I’ll wave the white flag on this one: JP Crawford will not replace Jean Segura’s production at shortstop in 2019. However, this was never the expectation. At just 23, the Mariners do not want to rush his progression as a player, and may even seek out a veteran SS to hold down the fort until Crawford is ready for the majors. Shortstop will be one of the more extensive rebuild projects for the next season or two. Upgrade or Downgrade: Downgrade.

It’s hard to tell whether Kyle Seager will rebound after the worst offensive season of his career in 2018. The defensive shift put on his bat certainly didn’t help, and it will be interesting to see how he responds in 2019. However, with no change at the position, the Mariners are certainly not becoming worse from keeping Seager at third. Upgrade or Downgrade: Neutral.

One of the quieter moves Seattle made in the offseason was the $4M buyout of Denard Span’s contract shortly after the end of the regular season. While most fans will miss Span and his ability to create consistent, quality at-bats, his departure may finally give Ben Gamel the opportunity to break out in left field. Gamel was actually quite good in 2018, slashing .272/.358/.370 in 257 at-bats. One of the more under-utilized players on the team has given his talent, Gamel is a definite player-to-watch in 2019. Upgrade or Downgrade: Neutral.

Center field was a mess in 2018 for the Seattle Mariners. When Dee Gordon wasn’t displaced from the infield, Guillermo Heredia and Cameron Maybin shared time at the position (and even Mitch Haniger, at times). Now, enter Mallex Smith.

The 25-year-old slashed .296/.367/.406 in 141 games last season for Tampa Bay and perfectly fits the mold for a young star that GM Jerry Dipoto wants to build around. If he can replicate last season’s numbers, Smith in the center is a no-brainer upgrade. Upgrade or Downgrade: Upgrade.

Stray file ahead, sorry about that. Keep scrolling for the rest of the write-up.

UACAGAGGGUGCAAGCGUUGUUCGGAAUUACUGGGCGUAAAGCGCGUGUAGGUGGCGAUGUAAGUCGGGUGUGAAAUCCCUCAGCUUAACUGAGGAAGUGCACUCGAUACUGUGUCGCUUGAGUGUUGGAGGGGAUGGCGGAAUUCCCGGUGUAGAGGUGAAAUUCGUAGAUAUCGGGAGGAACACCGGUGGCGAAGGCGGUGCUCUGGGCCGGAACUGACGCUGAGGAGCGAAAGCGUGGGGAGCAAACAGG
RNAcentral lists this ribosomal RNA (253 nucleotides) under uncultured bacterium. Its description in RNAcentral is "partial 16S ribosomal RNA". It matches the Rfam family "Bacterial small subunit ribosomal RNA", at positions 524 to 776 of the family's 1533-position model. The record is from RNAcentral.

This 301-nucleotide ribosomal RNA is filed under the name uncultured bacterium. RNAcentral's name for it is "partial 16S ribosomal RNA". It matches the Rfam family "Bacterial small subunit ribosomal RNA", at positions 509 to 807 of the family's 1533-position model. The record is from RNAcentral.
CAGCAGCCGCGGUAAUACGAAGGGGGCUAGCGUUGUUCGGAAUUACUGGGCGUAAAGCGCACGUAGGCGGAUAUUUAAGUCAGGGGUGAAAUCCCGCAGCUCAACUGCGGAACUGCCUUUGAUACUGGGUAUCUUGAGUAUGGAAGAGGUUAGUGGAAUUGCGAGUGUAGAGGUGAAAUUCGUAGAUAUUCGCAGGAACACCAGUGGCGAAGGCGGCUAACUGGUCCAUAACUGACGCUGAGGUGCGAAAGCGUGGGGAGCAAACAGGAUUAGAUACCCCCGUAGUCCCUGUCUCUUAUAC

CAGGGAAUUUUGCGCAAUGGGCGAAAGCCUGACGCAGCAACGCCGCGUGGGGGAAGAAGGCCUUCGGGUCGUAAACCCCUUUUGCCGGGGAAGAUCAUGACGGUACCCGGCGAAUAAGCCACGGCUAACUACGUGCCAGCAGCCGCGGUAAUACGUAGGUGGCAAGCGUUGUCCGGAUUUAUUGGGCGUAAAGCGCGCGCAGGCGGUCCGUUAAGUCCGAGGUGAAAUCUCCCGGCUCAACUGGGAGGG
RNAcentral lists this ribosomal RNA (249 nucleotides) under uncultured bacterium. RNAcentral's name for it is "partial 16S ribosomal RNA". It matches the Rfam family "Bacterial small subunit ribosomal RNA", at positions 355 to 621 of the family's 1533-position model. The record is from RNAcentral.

When you have an All-Star in right field, all is well. Mitch Haniger is without a doubt Seattle’s most valuable player, and if Jerry Dipoto isn’t “blown away” by a trade offer, Haniger will be a Mariner next season. Upgrade or Downgrade: Neutral.

On Thursday, the Mariners added notable slugger Edwin Encarnacion to the lineup as a designated hitter and the likely replacement for Nelson Cruz. Though it is unclear whether he will outperform Cruz’s 2018 campaign, Encarnacion should serve as a worthy replacement (if he isn’t traded first). Upgrade or Downgrade: Neutral.

As it stands, the nine positions for the 2019 Seattle Mariners are in for two upgrades, a downgrade at shortstop, and six neutrals.

“But wait! You’re forgetting about pitching!”

You’re right. This is where the Mariners have suffered the most throughout the offseason, losing their ace James Paxton, and the lethal combination of Alex Colome and Edwin Diaz.

The reason the Mariners will miss the postseason and all but likely win less than 89 games will root from their pitching. It is the one place you can point to and argue why the Mariners are dramatically worse in 2019.

Seattle won 36 of their games by one run last season, primarily because of the masterful pitching from closer Edwin Diaz. Nobody brought as much comfort to fans as Eddie, trotting to the mound holding a one-run lead. That comfort is now gone, as the Mariners no longer have a true closer on their roster.

The acquisition of former #1 Yankees prospect Justus Sheffield will help the back-end of the rotation, but let’s face it: there is no replacement for James Paxton. And though James only saw the mound every five days, the loss of Colome and Diaz in the bullpen (along with Juan Nicasio and James Pazos) will sting in 2019.

What is promising is that GM Jerry Dipoto has prioritized bolstering the bullpen for 2019. It is only December, and there are many more deals to be made before Opening Day.

Next. The Mariners Should Buy This SP While They Sell. dark

With this information in mind, I hope that fans will acknowledge that the Mariners have yet to “burn it down.” The team will look different, sure, but tanking is not in Seattle’s agenda. The Mariners are taking a step back in 2019, but it truly isn’t as big of a step back as you’d think.